The Blog

2011 Faculty Portfolio: The Process

Recently, I had coffee-time with Otterball-founder / Centresource’s Creative LeadJason Jones. We were discussing visual style, job requirements, and a recent interviewee he had. It sparked a conversation about exceeding expectations and nailing the core competencies of a role before even stepping into it. It sparked thoughts about this faculty portfolio, as it seemed to leave an impression with him. It was really encouraging.

So, I decided to post a more concise look into it.

BEGININGS
I started working in education in 2005, just shortly after graduating with my Bachelors of Art. It was a small private school with combined age-group classrooms and seemingly unrealistic expectations and hats to wear. I learned a lot. I’ll never forget the amazing students and faculty I worked with there.

Education is one of those things that, in fact, a lifestyle. We forget that. We forget that we cannot stop learning. Once we do, we become stale, irrelevant, and possibly workplace-soft and relationally callous to others. My goal is always to keep one foot in the industry, one foot in the classroom and BOTH hands in my work at all times.

In light of that, I recently took the opportunity to apply for a local design school, looking for an opportunity that fits my career goals.

Regardless of the not-yet-determined outcome, I viewed it as an opportunity to continue the traditional STVEN way, going a bit over the top and infusing my visual and verbal language and style into something that could have been seemingly boring, lame, and possibly unenjoyable to view: A Faculty Application.

PROCESS

I started with the requirements of the application, turning them into the table of contents. Much of the requirements were samples, and assembling files, which needed to be sent in via a non-returnable CD/DVD.

Instead, I envisioned one document where you could seamlessly view the samples, yet still have the option of downloading them. My vision immediately culminated in an editorial-style, interactive PDF. I even emailed the provided contact, asking if this was acceptable. They agreed, and said they looked forward to my submission.

CONCEPT

I created a cover that reflected my idea for the post-filling a chair / position. It seemed fitting. From there, I created elements and articles that made sense. I downloaded various e-magazinesDesktop, GANT (fashion), GQ France, Rebel, and Rolling Stone to get inspired. I also peeked at HOW, as I always do. Pentagram did theirs, so there were cues I wanted to remind myself of. I took the most inspiration from Desktop, as I loved their table of contents and articles spreads.

From there it truly was letting the content do the talkingwhat were the titles going to be? What were the things that I needed to ensure I communicated? From there, I selected imagery that was close-up, soft+fuzzy focus, as this style best reflects my visual style.

I used the STVEN masthead, and kept my select typefaces tight and circulated their various styles, to create consistency and familiarity. With Avenir as my body copy, I aimed to keep it highly polished, tailored to stand the test of time, and reflective of my overall expectations to be classic, yet modern.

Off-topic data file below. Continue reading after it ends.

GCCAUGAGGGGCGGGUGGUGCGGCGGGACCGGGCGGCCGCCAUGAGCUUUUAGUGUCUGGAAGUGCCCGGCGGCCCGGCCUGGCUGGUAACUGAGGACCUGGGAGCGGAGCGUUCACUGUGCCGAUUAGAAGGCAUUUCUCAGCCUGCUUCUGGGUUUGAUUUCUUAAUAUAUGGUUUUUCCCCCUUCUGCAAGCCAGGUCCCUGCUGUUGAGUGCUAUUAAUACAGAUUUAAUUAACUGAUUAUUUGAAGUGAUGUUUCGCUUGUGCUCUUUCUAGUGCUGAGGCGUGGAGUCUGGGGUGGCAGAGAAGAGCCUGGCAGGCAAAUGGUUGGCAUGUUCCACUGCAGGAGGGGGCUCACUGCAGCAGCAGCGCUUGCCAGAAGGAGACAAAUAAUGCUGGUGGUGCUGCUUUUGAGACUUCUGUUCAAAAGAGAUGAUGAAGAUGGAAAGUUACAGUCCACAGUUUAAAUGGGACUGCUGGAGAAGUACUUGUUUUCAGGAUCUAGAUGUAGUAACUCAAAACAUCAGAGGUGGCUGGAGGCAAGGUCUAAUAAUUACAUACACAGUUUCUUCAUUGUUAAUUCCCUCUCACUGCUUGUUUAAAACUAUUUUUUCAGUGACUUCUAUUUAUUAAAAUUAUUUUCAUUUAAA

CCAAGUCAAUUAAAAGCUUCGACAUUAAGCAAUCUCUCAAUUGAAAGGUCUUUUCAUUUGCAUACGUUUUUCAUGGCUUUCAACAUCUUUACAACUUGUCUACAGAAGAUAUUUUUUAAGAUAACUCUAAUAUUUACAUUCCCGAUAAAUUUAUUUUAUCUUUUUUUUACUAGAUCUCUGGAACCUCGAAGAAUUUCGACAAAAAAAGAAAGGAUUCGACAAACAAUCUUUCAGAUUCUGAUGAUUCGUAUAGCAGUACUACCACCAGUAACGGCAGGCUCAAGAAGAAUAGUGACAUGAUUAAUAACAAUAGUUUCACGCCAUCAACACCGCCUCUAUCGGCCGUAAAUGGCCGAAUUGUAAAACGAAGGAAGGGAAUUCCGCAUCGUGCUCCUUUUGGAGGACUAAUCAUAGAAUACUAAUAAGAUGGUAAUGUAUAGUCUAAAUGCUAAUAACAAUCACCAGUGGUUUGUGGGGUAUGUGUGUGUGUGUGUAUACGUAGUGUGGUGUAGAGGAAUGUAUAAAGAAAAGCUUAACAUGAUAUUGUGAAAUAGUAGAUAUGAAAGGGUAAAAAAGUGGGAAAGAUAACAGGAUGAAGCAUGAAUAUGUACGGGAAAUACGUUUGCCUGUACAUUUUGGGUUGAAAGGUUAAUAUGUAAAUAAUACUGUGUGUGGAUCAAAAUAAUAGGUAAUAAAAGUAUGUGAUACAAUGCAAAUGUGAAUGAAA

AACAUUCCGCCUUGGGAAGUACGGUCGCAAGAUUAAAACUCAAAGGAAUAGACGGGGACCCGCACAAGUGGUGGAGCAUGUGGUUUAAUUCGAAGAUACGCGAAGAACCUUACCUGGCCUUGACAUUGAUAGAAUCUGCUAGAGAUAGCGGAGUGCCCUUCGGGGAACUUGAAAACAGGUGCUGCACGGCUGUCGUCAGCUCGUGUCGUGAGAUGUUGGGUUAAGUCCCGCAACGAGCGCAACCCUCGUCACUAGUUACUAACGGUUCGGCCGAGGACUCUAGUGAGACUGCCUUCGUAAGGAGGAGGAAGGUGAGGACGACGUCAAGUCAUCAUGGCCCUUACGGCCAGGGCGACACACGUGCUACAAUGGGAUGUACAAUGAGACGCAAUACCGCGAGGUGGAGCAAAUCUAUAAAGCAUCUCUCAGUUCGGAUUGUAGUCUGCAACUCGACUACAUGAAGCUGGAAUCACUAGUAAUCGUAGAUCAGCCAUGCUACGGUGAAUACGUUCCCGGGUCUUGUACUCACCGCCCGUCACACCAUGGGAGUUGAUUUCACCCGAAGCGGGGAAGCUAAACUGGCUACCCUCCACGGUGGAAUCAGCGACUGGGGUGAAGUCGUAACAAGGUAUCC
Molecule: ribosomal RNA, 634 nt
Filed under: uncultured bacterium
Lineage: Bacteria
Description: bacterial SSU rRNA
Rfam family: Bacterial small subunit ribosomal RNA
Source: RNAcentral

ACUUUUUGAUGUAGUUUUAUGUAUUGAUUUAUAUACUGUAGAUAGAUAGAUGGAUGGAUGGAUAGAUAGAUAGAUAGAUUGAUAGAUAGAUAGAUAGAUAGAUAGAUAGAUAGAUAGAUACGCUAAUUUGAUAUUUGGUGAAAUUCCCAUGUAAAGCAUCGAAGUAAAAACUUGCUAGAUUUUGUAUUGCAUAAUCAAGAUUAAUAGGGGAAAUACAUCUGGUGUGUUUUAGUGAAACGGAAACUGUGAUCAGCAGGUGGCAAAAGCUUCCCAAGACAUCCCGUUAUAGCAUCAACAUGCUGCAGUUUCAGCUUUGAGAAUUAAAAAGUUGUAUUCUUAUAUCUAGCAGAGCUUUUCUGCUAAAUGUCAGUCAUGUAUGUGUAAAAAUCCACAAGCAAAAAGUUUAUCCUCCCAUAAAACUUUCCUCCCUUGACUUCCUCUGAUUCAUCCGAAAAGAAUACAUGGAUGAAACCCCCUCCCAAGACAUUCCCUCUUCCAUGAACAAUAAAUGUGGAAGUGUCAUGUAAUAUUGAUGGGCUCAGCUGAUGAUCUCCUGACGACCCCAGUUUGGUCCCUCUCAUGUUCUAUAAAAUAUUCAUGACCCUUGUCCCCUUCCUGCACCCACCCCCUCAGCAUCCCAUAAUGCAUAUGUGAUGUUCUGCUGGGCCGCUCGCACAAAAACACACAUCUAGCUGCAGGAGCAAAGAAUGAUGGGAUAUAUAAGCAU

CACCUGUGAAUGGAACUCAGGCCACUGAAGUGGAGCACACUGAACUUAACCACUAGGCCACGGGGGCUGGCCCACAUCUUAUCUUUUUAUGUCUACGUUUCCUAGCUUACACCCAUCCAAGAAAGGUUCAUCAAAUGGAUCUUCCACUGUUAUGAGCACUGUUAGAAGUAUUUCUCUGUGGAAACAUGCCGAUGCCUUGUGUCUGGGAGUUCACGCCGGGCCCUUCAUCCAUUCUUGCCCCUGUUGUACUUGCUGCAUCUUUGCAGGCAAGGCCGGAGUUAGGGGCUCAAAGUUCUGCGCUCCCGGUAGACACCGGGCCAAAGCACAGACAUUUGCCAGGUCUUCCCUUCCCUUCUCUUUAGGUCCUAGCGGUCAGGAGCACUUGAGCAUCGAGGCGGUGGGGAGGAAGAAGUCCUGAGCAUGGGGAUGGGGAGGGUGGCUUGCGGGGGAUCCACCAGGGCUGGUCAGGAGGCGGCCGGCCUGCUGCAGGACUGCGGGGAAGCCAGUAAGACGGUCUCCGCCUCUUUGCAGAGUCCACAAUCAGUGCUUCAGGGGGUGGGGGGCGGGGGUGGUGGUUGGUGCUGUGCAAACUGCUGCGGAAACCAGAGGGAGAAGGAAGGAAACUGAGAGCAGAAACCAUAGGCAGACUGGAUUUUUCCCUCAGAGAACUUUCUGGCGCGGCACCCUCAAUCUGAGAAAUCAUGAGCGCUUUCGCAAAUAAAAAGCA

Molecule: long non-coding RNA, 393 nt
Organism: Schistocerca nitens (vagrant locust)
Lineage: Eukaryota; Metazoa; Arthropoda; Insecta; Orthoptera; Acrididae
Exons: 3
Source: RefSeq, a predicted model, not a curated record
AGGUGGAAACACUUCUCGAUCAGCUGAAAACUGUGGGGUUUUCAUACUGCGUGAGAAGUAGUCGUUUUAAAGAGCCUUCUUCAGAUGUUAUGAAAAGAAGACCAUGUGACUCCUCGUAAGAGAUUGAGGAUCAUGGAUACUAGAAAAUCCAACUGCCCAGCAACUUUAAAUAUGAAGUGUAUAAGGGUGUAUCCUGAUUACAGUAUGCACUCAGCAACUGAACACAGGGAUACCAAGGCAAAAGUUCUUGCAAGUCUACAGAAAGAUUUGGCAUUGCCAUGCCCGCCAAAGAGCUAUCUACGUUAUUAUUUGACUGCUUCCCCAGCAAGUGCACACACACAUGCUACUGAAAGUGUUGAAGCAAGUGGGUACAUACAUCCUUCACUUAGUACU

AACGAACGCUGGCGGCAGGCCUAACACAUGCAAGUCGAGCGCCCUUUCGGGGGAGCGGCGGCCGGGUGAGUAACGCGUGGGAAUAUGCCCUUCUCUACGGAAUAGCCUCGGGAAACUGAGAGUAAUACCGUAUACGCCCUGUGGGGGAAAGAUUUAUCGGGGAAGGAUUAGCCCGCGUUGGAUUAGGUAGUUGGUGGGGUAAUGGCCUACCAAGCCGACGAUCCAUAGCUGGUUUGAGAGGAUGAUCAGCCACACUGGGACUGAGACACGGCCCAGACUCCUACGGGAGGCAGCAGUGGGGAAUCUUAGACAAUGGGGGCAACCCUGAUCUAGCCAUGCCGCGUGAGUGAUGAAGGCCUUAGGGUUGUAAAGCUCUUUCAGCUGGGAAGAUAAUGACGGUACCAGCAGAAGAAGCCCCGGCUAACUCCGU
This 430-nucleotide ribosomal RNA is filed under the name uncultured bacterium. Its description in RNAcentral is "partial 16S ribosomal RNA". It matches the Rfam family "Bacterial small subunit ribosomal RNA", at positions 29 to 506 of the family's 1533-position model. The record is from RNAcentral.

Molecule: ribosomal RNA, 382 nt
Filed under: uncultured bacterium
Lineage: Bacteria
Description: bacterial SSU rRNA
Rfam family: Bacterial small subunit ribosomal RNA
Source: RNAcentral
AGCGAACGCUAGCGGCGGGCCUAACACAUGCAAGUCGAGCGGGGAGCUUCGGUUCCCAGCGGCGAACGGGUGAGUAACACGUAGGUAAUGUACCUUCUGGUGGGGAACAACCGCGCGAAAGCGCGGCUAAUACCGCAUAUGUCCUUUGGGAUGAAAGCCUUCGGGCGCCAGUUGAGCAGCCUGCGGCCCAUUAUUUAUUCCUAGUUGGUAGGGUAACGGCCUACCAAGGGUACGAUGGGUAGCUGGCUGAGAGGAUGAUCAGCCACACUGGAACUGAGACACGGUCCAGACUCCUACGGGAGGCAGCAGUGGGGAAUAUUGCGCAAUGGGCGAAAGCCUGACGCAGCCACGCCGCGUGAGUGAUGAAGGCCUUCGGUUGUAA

As I think about the type of candidate I want to hire, I want to know how they think, how they interact with others, and how their wired. So, included both a DISC and Myers-Briggs personality assessment profile, briefly sharing major ways that my personality functionsthings that are crucial in the workplace, like “high expectations of self and others,” as well as “extroverted, yet highly sensitive.”

To top it off, I included my results from StrengthsFinder 2.0, aiming to give a preview of how I think and achieve the most success and satisfaction. While people are often viewed in light of their experiences, education, and even possibly their reputation, I can’t imagine a more important factor than how people think.

That’s one thing that you can’t teach.

UPDATE:

I received an email from Watkins, thanking me for the thorough, create, and very green application. “After careful consideration by the committee, we regret to inform you that we are not considering your application for this position. We have saved the pdf and plan on keeping it for our files if needs arise in the future.”

I appreciate their professional consideration and look forward to what’s next.
As my friend Katie says, “It just means you take your toys and play somewhere else.” Thanks Katie. That’s a great way to look at it.

Design A Better Nashville

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Last year, Stven completed his MFA in Media Design, creating a campaign for the Civic Design Center, entitled “Design a Better Nashville.”

The campaign focused on communicating with communities how their neighborhoods are becoming more beautiful, functional, and sustainable via print, web, interactive, as well as event event materials.

Discover how Design A Better Nashville tells neighborhoods the story of how they’re becoming more beautiful, functional, and sustainable by viewing the design book.

Design Star Season 6 Auditions

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When it comes to opportunities, you can’t get into trouble when you take them.

January 15th marked the cap for Design Star Season 6 Auditions, and in addition to trip to Atlanta (and a stay at W hotel), Staeven submitted a stellar application, designs, and created an additional video too.

Stven\’s HGTV 2011 Audition Video